Courtney Lou
Don't get me wrong, I love Lydia Davis and was really expecting this book to be 5-start-worthy, (maybe the problem was with my expectations…) but I felt kind of disappointed with this collection. I found the Flaubert stories entertaining, however, I wasn't the biggest fan of the dream stories. I can see how they're interesting to analyze, but that's really where the appeal ended. Some how I felt the dream stories were a cop out. I know that's wrong and probably not fair, but the collection start ...more
Sara Kovacs
I'm calling a case of the Emperor has no clothes. I am amazed at the number of 4 and 5 star reviews of this, people calling it "brilliant"?! 20-something pages of descriptions of cows walking and standing. 5 pages of lines from obituaries. The interminable Letter to the Foundation. I forced myself to slog through this, thinking it had to get better or that at some point a light bulb would go on and I'd "get it", but I don't think there's anything to get. I have never read Lydia Davis before but ...more
Josh Ang
This collection is, if nothing else, interesting. There are pithy pieces consisting of no more than a line, to at its longest, a confessional and touching bit of autobiographical fiction about the narrator and her relationship with her half-sister, entitled "The Seals", which is all of 27 pages, and possibly the most 'complete' story in terms of a conventional narrative.

That Davis is anything but conventional is immediately apparent in the form and content of most her stories. They range from l
Lydia Davis writes short stories like few others, if any. They are short and unconventional. Many can be quoted in full in the space of a review. There are prose poems, koans, epistles, found poems/stories, dreams, stories from the letters and journals of Flaubert, and one or two more traditional narrative stories. Well maybe only one of the latter. A koan like story, called “Bloomington”:
Now that I have been here for a little while, I can say with confidence that I have never been here before.”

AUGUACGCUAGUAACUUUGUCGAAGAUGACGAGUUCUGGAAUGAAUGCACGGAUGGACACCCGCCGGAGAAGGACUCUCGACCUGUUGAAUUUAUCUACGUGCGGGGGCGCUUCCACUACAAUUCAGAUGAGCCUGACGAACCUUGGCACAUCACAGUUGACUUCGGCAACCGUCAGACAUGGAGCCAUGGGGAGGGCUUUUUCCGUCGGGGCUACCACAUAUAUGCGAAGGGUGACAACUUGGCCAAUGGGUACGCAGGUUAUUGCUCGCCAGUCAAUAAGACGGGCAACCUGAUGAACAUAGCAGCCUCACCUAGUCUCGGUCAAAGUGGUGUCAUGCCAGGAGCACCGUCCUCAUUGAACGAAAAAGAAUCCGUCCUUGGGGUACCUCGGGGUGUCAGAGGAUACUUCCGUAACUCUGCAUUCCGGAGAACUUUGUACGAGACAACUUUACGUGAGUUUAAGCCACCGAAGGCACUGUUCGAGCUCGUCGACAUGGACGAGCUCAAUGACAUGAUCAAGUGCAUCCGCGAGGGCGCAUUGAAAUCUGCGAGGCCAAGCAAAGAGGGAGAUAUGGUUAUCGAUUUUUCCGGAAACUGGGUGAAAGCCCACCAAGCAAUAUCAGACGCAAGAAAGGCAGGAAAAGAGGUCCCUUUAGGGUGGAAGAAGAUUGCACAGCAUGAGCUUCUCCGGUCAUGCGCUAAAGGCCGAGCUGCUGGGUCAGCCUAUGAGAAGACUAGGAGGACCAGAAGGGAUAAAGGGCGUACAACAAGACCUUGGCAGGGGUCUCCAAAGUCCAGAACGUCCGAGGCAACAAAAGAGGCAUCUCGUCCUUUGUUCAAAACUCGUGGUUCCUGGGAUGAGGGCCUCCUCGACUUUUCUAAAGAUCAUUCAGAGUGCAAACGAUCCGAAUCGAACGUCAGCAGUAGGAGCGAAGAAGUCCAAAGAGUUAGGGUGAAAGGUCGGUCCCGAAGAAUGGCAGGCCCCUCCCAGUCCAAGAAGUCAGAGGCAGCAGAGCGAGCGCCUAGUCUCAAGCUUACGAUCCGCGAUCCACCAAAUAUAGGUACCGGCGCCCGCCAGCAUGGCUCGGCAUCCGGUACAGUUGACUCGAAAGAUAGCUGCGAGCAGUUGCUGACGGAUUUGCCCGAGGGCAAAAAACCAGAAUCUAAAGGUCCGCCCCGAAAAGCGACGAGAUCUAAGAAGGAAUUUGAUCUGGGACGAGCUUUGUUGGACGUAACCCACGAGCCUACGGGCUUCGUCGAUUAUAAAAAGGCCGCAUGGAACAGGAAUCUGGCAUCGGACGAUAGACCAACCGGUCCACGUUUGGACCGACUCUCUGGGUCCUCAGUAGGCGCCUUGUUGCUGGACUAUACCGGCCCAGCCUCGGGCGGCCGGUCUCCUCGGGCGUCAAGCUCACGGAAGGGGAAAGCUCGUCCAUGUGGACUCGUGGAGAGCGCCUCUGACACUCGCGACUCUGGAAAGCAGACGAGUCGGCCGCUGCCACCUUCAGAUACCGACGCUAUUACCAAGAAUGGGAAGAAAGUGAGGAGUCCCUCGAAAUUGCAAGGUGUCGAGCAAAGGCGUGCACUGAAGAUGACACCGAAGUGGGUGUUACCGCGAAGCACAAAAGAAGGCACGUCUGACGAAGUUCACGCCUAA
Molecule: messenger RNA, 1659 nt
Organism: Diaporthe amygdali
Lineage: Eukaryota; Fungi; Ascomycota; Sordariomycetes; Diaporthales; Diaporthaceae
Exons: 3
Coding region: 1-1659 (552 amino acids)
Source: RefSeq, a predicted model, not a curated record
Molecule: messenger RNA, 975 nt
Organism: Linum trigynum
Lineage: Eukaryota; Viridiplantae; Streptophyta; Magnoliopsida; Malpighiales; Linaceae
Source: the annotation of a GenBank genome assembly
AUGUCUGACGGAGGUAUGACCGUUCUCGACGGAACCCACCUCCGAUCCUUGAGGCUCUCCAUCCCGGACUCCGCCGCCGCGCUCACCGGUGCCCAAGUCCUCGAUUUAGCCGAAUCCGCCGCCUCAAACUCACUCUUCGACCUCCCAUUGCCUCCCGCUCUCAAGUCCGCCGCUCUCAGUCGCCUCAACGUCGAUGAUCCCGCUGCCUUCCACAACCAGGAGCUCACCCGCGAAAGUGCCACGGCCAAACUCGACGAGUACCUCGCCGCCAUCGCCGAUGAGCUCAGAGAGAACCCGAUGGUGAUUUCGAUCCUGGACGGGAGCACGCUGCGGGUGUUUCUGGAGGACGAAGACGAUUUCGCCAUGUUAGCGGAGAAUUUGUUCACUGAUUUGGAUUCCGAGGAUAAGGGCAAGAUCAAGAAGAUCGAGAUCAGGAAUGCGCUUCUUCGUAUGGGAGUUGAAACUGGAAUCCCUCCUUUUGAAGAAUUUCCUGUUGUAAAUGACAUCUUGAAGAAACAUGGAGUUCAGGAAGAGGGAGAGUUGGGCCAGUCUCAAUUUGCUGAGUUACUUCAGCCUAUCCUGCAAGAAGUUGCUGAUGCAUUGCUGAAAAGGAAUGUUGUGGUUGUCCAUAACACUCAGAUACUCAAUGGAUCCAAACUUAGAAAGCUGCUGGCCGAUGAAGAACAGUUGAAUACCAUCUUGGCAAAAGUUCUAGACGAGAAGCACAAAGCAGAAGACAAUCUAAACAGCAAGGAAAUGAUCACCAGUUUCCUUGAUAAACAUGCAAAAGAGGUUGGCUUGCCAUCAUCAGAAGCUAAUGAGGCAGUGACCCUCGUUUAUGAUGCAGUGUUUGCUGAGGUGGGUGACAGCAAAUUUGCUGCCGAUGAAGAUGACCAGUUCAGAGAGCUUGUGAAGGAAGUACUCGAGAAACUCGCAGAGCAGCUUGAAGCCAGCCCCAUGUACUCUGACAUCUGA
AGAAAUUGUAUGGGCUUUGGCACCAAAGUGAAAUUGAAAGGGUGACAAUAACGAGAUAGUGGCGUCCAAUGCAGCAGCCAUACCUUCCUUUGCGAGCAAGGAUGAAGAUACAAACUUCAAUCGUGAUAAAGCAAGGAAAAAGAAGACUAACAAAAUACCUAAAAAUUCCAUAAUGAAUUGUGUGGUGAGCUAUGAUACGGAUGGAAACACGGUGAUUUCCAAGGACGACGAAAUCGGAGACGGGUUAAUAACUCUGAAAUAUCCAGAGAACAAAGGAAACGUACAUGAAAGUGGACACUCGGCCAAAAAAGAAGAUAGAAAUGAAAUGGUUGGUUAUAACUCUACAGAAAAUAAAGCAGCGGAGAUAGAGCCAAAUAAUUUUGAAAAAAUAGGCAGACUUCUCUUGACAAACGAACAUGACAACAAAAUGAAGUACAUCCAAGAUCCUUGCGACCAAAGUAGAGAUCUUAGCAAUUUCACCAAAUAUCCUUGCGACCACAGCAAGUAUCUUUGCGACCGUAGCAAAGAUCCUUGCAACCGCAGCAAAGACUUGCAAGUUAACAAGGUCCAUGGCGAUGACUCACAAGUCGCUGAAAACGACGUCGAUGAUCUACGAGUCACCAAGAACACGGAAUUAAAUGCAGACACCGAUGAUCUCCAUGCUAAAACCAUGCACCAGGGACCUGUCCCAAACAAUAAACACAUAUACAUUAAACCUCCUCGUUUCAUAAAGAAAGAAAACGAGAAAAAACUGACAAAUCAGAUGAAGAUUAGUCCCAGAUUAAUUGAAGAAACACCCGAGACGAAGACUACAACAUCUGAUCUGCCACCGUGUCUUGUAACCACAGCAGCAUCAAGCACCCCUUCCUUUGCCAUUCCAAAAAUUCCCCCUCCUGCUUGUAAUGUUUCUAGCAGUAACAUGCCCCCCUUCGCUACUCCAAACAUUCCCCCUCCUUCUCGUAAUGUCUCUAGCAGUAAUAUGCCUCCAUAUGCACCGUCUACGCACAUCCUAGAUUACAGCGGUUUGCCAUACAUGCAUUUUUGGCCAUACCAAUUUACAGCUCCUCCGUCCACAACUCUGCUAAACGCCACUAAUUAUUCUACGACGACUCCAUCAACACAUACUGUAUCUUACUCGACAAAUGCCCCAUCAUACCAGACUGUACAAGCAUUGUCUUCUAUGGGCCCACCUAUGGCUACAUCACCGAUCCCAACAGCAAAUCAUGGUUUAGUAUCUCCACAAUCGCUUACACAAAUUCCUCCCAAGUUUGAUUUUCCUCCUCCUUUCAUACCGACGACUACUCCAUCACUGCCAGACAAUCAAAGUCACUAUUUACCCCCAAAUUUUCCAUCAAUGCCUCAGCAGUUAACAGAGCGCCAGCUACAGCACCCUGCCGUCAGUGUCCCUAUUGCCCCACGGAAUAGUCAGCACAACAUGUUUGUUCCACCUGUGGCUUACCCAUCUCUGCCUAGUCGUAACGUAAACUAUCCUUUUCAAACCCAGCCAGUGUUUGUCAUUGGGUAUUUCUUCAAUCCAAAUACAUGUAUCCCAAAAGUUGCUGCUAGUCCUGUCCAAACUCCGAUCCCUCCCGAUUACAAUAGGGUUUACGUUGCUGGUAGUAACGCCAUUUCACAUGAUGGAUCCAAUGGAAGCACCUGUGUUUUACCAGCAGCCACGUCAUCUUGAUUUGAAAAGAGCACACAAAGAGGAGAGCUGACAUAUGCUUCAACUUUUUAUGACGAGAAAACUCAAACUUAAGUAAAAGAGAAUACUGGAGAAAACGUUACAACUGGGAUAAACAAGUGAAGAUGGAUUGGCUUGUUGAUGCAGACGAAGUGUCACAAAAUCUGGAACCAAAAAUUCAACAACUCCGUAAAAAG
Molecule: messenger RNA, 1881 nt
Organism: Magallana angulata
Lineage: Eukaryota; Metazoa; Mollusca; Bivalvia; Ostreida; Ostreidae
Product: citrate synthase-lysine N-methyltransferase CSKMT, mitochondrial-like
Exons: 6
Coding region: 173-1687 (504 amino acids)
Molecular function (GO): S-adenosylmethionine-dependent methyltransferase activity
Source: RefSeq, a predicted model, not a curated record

Jeff Buddle
I truly think that Lydia Davis is one of our most important contemporary writers, that her work will be re-printed, anthologized, studied and eventually work its way into the American canon. This new collection just affirms that notion. Funny, sly, insightful, reserved, and delicate, Ms. Davis's best stories seem to hide a deep emotional undercurrent. Something is lurking under these still waters, but it's often unclear what it might be.

In my opinion, Lydia Davis's stories straddle the line bet
Alex V.
I tore through this. Reading it was like pounding nails on a construction project, uneasy strokes are soon replaced by smooth, definitive arcs. It was like I was learning to read these intense snippets as I went on, and got good at it. Really, I just checked this book out four hours ago and bang, bang, bang! I'm done.

I've tried unsuccessfully to get into Ms. Davis' giant collection of stories a number of times. They felt a little like the writing of someone who liked writing too much. Or likely,
I suppose my biggest problem with this book is that I can't seem to get past seeing Davis' approach as a novelty. At her best, she is insightful, deft, surprising, but I'm wanting to experience that far more than continually noticing that there is one micro-story after another. It feels like eating hors d'oeuvres for the main course, which leaves me unsatisfied, even if some of them are delicious.
Kacy Elizabeth
Since Catholic secondary school, my teachers, in condemning fashion, advised students to avoid contractions as though their function were the devil himself, luring us into a world of apathy. Fast forward to college — the contraction rule remained. Unless you were a masochist and enjoyed seeing considerable amounts of red pen, contractions were only pardoned in dialogue and creative meanderings.

However, in Lydia Davis’s latest collection of short stories, “Can’t and Won’t,” she proves contrary, p
As Lydia Davis wrote;

The Bad Novel
This dull, difficult novel I have brought with me on my trip - I keep trying to read it. I have gone back to it so many times, each time dreading it and each time finding it no better than the last time, that by now it has become something of an old friend. My old friend the bad novel.